- 4 September: We have reduced the increases on .com, .org, .net, .co, .info and other domains.
- 1 September: There will be no change to .au domain prices. We have reversed the increase that was originally announced in this article.
There are times when you don't want to be right. Looking at the domain name industry last year, we wrote that "there’s every indication that registrars will be allowed to add 7-10% to their prices every year". The last time it happened was July 2022.
So it was more frustrating than surprising this week when we were advised that, once again, the amount that we pay to register or renew international domains is going up. This time around we have a stronger American dollar to contend with as well (we pay in USD but charge in NZD), which doesn't help.
So we are reluctantly increasing our own prices for these domains. We're not changing anything to do with .nz domains and, as always, we're doing everything we can to stay competitive.
New prices effective 1 September 2023
These prices will apply to all new domain registrations and to renewals from 1 September. Our most popular non-NZ TLDs are listed here - for others you can check the Register Domain screen.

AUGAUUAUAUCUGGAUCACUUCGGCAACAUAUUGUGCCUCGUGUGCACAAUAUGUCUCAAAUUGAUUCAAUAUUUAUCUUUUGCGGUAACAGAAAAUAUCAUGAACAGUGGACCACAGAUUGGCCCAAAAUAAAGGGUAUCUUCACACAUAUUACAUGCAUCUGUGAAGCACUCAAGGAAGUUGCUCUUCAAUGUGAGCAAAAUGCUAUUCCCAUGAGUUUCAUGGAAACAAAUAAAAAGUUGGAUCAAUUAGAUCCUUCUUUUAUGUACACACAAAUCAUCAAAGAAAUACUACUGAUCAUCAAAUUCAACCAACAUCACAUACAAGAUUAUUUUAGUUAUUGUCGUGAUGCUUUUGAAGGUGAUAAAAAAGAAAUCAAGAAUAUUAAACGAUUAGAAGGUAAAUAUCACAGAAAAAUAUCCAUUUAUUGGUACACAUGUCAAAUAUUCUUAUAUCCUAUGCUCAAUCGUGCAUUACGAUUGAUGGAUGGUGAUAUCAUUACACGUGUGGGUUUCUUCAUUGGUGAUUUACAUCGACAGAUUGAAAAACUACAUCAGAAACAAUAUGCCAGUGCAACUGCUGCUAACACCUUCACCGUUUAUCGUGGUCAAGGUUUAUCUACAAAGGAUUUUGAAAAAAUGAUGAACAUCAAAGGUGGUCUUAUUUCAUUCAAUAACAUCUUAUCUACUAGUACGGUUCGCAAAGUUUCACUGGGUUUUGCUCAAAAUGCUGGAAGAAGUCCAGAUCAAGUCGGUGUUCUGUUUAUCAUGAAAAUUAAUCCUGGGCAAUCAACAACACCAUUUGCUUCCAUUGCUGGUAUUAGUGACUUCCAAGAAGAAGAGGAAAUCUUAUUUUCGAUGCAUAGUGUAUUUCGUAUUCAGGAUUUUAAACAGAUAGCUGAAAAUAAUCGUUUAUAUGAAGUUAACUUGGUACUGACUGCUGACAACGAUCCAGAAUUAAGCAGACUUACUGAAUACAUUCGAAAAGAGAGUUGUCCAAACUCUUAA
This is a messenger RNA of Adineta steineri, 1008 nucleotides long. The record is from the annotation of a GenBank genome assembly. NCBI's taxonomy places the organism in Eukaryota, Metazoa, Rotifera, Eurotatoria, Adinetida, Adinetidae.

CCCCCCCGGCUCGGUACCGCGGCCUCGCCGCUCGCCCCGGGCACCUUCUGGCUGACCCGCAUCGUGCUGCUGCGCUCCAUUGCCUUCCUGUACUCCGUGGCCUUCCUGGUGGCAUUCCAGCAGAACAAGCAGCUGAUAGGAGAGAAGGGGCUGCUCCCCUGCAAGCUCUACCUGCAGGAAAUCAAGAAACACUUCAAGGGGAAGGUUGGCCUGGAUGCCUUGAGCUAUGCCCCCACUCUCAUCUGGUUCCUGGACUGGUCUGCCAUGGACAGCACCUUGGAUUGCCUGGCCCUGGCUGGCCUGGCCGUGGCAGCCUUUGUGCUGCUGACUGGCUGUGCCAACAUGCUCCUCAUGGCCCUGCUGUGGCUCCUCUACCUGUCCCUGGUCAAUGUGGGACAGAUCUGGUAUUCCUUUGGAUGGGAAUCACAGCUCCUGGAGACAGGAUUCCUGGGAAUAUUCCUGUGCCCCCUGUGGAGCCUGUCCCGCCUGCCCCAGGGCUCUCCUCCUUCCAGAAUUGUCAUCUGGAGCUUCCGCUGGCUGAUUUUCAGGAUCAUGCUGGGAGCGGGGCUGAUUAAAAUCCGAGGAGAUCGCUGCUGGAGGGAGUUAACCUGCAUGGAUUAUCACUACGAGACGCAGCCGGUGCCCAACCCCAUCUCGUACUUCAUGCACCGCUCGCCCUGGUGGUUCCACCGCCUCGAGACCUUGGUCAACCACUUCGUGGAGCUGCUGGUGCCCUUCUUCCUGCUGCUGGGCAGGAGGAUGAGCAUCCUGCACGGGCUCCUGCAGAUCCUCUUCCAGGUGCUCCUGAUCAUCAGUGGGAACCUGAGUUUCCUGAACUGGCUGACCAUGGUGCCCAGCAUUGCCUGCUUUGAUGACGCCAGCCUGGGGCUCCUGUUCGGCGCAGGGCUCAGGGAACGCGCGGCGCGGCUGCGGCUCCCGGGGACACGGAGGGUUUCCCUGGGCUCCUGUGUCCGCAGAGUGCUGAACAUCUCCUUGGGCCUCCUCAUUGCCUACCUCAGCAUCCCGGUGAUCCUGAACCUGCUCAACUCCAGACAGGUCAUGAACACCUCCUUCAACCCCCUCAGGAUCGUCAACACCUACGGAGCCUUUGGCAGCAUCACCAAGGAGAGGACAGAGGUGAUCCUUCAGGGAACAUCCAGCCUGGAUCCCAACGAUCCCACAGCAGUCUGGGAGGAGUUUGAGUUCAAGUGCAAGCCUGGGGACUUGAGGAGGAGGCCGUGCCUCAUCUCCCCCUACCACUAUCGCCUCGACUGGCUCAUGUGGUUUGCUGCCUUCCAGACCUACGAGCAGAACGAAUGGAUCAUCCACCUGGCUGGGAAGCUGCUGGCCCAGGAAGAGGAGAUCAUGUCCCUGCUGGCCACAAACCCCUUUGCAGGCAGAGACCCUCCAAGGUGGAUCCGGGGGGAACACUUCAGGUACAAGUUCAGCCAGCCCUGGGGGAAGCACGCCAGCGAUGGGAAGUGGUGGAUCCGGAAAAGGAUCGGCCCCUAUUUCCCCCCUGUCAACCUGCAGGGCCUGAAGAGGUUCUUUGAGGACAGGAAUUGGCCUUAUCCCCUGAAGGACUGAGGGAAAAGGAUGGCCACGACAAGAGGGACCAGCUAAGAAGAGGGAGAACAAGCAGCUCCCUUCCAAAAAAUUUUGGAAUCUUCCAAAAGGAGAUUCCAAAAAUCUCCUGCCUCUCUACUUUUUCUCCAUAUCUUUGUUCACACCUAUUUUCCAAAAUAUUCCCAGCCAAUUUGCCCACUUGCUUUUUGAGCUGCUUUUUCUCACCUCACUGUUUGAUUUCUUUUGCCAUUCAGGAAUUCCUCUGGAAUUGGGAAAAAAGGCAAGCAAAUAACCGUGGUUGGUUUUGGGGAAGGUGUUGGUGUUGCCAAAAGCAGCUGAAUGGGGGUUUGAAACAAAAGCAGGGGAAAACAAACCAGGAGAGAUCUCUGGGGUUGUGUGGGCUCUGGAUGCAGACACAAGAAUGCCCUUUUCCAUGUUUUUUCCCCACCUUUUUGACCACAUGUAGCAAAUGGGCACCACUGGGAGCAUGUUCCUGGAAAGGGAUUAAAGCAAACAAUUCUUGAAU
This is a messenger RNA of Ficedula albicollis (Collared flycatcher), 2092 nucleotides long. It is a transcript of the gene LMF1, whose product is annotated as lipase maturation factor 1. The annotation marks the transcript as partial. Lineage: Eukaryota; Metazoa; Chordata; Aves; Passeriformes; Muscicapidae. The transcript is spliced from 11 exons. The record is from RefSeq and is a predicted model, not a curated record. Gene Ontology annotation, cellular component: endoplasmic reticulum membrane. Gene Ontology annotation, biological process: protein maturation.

.com.au, .net.au, .id.au, .asn.au: $78 (2 years)
- .co.uk, .org.uk, .me.uk: $35
- .tv, .me: $119
- .cn: $35
There is no change to .nz or .au domains at $25.95/yr.
* Some .co domains will carry higher, premium prices.
The forces at work
There are a few different things happening to push domain prices up. We wrote an explainer when last year's price rise hit, and in May we asked what a domain's TLD can tell you about its future price, but to quickly re-cap the two biggest factors:
- ICANN, which more or less regulates wholesale prices, is less concerned than it used to be about keeping those prices down.
- Consolidation in the market layer between ICANN and us has reduced competition. We used to have two separate .com suppliers, for example, but they were both bought up by the same private equity investor.
So there's every indication that this is going to be a long-term trend. When you register a domain, you can choose a term of up to 10 years at the current price. If you expect a domain to remain in use for the long term it can be wise to lock it in early.
Working to improve our position
As reported last year, we are doing everything we can to become less of a price-taker in the international domain market. There are a lot of regulatory hoops to jump through so it's not a quick process, but we do have some good news in the (rather long) pipeline.